The Sun Rises Again

4 minute read
TIME

The Sun Rises Again
Re “Return of the Samurai” [Oct. 7]: Japan is trying to protect its territory and the lives of its people, which are now under the threat of China. What Prime Minister Shinzo Abe is struggling to do is invigorate the economy and strengthen the military capacity to defend our motherland. I agree with Tobias Harris, who likens Abe’s approach to the motto “Rich nation, strong military,” adopted by Japan in the 19th century. But I disagree with his notion that bringing that motto to the 21st century is very dangerous. What makes Asia very dangerous is the expansionism of China, which is anachronistically attempting to bring 19th century’s imperialism into the present day, and Japan, consequently, is obliged to respond to it in a way we did in the 19th century.
Goro Shintani,
Tokyo

Japanese leaders’ lack of historical insight into atrocities committed by their predecessors is appalling. With war criminals honored and politicians being remorseless, the prospect of Japan as a regional peacekeeper is a sheer illusion.
Kim Young-dae,
Busan, South Korea

Abe’s party envisions “peace” as one of Japan’s national values. I would like some evidence to support that view. Japan’s militarist history, denial of wartime atrocities in both recent political speeches and school textbooks, and Abe’s mission to revive Japan’s offensive military force, unfortunately all point to one conclusion: Japan has never been for peace, and it is not for peace now.
Priscilla Chan,
Hong Kong

Japanese people, especially those from younger generations, have been adopting a more patriotic character. The majority of my peers are starting to think about our history, tradition and powerful military. Most of us are rediscovering, at last — after years of indifference to national security — what we really are. I believe the Japanese have awakened to the true identity of being Japanese. We have revived the samurai spirit.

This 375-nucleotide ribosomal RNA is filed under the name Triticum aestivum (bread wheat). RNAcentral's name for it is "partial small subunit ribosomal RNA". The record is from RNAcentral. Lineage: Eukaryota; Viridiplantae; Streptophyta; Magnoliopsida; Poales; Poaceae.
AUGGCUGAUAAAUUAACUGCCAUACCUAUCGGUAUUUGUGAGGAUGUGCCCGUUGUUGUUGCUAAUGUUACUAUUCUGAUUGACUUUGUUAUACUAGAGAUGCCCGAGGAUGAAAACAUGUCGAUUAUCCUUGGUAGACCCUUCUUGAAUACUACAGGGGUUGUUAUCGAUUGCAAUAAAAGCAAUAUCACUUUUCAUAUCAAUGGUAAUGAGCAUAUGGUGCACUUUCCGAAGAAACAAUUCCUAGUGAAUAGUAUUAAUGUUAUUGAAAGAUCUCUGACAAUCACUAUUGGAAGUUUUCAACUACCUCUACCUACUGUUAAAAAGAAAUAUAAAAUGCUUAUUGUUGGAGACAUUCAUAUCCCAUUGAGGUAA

Takehiro Hashimoto,
Kawanishi, Japan

Repeating History
Reading the article about the 40th anniversary of Chile’s coup, I couldn’t help but wonder how little has changed since 1973 [“Chile’s Haunted Vote,” Oct. 7]. In Chile it was a coup against a socialist President, today in Egypt it is a coup against an Islamist President, both democratically elected. But the guardians of democracy stand by (if not worse), citing the “extremism” of these governments and their failed policies. If we acknowledge that, where else should the military take over? In the U.S., paralyzed by partisan struggle, shutdown and slumping toward default?
Kim-Su Johmann,
Erlenbach, Germany

New Hope on Iran
Re “Behind the Charm Offensive” [Oct. 7]: After the vituperations of Iran’s erstwhile President Mahmoud Ahmadinejad, the “softer” approach to the West of President Hassan Rouhani is a breath of fresh air. The world’s economies and polities are interlinked, and peaceful solutions must be sought to settle our differences. Ordinary folk want peace at all cost!
Irma Liberty,
Cape Town

Importance of Liberal Arts
Re “The Class of 2025” [Oct. 7]: When I attended Columbia College in the early 1960s, the contemporary civilizations two-semester course was considered a prerequisite to becoming a “whole man,” and indeed has proved to be just that by being an inspiration in all that I have done.
Rudolf Montag,
Épinay-sur-orge, France

Web Education
Re “Online Learning Will Make College Cheaper” [Oct. 7]: While online colleges can reduce education cost, it is not the panacea for having good yet cheap education, particularly in those disciplines that require hands-on activities. Lacking personal interaction, motivation and empathy, online learning may not suit every student. Different students vary in aptitude and capability, and few can really cope with independent study via cyberspace. Universities should find ways to minimize cost. One way is to strike an optimal arrangement where half the time students can study online, off campus.
Vei Ze Wu,
Singapore

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